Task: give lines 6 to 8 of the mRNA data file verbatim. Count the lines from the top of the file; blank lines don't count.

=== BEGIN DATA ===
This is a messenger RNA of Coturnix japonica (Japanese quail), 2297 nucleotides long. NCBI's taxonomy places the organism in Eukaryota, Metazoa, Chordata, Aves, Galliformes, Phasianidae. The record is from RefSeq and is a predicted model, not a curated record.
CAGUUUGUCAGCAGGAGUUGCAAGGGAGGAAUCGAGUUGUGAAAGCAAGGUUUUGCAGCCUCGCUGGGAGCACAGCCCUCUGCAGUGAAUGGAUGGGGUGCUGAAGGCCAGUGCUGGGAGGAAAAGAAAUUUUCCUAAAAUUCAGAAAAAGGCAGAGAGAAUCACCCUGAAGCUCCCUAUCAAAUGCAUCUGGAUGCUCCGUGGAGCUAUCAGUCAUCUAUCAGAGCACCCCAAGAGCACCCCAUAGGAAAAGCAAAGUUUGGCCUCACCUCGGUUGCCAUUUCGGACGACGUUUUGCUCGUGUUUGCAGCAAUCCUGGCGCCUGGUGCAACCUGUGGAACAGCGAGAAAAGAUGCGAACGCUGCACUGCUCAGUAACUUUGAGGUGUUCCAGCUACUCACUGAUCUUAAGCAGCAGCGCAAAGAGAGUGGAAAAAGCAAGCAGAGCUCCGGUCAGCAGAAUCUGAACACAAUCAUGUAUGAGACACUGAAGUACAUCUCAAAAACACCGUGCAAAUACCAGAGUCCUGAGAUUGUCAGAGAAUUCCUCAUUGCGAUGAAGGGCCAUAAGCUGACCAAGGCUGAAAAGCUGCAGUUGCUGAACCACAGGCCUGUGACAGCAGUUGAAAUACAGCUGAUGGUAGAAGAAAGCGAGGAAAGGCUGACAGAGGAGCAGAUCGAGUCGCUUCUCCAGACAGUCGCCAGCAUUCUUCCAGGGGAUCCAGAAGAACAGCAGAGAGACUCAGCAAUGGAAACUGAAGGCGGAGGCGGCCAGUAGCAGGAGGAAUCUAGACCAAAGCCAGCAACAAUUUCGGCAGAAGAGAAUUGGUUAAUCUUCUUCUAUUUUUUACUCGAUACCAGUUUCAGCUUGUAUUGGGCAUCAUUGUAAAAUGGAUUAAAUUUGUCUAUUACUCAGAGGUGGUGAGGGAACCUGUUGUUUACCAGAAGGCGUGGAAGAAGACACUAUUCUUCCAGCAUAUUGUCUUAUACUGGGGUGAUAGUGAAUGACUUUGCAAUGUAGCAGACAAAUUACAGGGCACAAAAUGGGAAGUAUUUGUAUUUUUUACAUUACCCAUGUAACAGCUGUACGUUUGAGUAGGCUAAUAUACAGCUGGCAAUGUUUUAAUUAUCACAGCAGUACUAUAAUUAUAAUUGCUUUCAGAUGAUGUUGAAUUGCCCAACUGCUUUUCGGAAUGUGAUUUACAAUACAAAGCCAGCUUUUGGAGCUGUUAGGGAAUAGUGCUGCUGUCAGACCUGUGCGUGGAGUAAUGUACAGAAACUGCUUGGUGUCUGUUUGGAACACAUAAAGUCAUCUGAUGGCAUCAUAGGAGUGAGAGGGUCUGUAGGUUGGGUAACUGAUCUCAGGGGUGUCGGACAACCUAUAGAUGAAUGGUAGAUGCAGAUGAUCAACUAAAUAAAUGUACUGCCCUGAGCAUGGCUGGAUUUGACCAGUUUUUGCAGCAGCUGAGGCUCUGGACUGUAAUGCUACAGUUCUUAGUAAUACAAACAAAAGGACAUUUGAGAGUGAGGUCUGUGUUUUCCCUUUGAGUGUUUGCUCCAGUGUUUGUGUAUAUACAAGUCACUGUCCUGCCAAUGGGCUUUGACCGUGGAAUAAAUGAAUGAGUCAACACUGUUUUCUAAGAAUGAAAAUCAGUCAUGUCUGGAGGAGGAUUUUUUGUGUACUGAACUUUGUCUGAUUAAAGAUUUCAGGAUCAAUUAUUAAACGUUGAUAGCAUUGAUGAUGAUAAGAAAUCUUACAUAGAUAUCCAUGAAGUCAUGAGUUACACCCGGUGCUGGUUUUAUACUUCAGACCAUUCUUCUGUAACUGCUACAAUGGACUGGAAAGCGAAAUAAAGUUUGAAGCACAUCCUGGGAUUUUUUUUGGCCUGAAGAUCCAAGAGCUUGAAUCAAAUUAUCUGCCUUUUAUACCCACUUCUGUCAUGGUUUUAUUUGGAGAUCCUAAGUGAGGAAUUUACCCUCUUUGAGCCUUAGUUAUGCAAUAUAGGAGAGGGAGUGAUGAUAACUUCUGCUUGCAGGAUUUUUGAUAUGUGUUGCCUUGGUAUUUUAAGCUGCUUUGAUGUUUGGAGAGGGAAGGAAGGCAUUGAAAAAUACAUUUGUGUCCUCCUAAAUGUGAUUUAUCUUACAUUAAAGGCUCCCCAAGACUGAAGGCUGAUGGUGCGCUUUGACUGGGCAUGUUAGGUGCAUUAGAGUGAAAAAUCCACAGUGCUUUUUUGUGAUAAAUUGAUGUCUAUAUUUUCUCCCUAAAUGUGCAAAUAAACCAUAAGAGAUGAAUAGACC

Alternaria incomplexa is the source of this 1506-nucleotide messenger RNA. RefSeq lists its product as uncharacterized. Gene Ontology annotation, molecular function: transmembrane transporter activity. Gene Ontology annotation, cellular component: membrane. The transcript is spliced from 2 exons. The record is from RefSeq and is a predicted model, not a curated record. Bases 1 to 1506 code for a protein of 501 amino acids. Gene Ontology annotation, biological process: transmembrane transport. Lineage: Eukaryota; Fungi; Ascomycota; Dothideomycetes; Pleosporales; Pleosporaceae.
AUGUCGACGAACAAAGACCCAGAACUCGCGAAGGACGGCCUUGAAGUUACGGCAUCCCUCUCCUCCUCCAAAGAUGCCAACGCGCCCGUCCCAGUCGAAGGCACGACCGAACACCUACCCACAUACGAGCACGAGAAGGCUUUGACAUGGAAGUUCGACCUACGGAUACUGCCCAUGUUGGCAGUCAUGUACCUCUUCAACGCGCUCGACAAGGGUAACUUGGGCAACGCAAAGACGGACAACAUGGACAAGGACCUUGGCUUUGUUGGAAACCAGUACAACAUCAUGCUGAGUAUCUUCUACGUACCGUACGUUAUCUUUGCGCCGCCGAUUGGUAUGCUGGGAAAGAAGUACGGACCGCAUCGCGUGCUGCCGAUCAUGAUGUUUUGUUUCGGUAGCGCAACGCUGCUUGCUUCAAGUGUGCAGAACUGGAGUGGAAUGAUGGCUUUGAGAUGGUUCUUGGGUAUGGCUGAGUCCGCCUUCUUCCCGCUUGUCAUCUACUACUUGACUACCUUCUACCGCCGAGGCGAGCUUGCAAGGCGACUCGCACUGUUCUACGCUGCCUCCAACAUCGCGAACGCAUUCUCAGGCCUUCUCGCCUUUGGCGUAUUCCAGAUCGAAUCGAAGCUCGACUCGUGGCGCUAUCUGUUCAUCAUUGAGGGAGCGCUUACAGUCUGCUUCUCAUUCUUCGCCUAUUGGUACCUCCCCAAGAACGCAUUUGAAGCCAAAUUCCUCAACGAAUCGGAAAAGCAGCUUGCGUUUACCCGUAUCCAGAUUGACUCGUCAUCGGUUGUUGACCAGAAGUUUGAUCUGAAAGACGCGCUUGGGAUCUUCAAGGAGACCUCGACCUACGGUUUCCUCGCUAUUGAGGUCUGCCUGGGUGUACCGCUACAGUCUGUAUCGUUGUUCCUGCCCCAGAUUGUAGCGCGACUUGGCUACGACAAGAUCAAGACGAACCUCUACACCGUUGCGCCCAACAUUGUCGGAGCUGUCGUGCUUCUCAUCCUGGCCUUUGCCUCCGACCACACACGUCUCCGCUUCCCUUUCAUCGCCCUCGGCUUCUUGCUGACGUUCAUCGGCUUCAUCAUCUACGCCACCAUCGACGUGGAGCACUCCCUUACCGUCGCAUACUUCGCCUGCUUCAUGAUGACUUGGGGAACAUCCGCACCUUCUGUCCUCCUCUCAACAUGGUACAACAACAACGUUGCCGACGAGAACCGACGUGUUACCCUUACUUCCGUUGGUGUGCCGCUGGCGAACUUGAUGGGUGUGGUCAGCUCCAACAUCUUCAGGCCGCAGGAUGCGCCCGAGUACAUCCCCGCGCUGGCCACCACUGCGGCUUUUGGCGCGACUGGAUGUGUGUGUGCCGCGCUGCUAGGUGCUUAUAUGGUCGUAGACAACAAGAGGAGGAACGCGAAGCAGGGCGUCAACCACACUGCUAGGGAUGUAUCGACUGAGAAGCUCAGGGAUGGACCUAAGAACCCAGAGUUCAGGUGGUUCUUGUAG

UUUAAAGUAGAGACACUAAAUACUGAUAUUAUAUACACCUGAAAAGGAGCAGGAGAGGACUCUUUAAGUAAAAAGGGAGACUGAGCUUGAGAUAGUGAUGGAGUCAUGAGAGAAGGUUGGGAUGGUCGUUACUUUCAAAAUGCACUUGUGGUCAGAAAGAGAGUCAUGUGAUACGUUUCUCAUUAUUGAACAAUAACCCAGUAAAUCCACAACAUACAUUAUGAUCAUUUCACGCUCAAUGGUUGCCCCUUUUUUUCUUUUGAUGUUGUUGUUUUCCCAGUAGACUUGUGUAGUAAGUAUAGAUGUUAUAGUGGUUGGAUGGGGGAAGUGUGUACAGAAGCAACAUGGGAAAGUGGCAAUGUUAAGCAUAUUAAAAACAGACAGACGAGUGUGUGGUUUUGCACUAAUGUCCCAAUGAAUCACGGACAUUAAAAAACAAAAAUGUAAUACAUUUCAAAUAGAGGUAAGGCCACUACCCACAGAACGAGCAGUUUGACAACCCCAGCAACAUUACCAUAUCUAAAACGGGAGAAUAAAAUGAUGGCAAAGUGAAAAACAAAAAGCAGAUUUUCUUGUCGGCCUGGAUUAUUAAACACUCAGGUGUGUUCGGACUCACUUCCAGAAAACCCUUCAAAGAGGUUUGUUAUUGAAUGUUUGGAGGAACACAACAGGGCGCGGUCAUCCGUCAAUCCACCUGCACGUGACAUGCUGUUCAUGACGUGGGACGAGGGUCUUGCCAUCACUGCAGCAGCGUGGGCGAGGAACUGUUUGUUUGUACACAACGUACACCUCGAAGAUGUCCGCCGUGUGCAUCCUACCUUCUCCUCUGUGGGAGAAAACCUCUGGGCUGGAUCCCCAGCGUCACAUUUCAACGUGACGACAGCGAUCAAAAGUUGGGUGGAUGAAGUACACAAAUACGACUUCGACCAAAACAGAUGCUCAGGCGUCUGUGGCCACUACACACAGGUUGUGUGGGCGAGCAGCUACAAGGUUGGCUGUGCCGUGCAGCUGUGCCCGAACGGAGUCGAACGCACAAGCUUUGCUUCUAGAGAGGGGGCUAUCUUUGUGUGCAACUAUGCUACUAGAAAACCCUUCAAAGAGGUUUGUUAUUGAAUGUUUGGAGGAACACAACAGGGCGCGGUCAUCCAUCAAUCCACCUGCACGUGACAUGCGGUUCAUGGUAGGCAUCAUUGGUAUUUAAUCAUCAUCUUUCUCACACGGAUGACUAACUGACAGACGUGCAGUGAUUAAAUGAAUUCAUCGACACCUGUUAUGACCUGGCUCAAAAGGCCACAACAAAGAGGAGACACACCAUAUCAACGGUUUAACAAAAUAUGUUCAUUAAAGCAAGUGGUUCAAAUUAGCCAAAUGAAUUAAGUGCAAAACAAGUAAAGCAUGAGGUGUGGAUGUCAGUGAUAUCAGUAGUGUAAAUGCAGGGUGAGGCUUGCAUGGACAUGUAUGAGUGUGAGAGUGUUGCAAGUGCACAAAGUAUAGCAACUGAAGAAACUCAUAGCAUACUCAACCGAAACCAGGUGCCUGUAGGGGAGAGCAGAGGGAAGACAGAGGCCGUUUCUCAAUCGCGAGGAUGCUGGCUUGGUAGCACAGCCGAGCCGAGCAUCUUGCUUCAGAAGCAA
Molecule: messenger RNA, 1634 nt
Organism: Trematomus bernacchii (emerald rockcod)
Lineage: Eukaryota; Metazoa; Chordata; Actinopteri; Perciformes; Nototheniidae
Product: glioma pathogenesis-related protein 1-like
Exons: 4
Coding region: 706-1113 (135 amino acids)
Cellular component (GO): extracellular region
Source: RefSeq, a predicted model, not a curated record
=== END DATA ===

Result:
Molecule: messenger RNA, 1634 nt
Organism: Trematomus bernacchii (emerald rockcod)
Lineage: Eukaryota; Metazoa; Chordata; Actinopteri; Perciformes; Nototheniidae